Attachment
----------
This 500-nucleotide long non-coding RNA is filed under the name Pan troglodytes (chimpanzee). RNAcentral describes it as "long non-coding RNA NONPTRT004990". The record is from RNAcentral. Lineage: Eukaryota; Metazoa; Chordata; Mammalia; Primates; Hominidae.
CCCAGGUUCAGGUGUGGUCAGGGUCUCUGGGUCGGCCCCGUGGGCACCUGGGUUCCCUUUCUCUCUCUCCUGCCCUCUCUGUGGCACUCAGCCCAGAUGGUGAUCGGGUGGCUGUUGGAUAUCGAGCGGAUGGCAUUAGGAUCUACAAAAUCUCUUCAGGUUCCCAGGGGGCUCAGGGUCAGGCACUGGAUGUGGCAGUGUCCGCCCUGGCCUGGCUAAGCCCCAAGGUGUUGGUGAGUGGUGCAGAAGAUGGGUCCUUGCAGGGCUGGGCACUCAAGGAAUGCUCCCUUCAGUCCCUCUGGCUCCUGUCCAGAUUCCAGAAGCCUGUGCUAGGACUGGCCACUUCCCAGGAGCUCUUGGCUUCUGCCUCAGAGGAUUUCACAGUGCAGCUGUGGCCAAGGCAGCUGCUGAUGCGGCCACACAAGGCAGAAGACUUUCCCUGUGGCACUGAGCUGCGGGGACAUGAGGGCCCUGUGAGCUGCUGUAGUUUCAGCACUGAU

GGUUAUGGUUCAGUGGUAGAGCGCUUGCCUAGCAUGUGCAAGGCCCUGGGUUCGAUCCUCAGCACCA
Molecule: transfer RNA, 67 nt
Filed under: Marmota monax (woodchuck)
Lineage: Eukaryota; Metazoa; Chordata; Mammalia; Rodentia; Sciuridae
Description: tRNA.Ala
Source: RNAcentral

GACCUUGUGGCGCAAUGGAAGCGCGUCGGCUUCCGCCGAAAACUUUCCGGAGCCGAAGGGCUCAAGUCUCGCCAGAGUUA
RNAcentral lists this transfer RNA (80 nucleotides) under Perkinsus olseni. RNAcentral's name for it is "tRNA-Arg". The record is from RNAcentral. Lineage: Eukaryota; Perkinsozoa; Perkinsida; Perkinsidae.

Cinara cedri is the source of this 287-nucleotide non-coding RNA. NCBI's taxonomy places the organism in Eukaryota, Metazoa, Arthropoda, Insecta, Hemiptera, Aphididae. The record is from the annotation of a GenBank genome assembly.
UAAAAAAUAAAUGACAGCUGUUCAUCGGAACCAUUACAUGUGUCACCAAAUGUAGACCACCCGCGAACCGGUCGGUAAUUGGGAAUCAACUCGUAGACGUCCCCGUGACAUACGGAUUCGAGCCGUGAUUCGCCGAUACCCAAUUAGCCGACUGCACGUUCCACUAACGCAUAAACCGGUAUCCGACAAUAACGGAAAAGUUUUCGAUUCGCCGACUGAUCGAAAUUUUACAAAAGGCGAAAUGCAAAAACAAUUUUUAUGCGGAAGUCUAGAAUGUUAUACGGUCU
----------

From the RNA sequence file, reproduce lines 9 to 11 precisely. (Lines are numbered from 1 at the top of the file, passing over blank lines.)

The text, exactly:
GACCUUGUGGCGCAAUGGAAGCGCGUCGGCUUCCGCCGAAAACUUUCCGGAGCCGAAGGGCUCAAGUCUCGCCAGAGUUA
RNAcentral lists this transfer RNA (80 nucleotides) under Perkinsus olseni. RNAcentral's name for it is "tRNA-Arg". The record is from RNAcentral. Lineage: Eukaryota; Perkinsozoa; Perkinsida; Perkinsidae.

Cinara cedri is the source of this 287-nucleotide non-coding RNA. NCBI's taxonomy places the organism in Eukaryota, Metazoa, Arthropoda, Insecta, Hemiptera, Aphididae. The record is from the annotation of a GenBank genome assembly.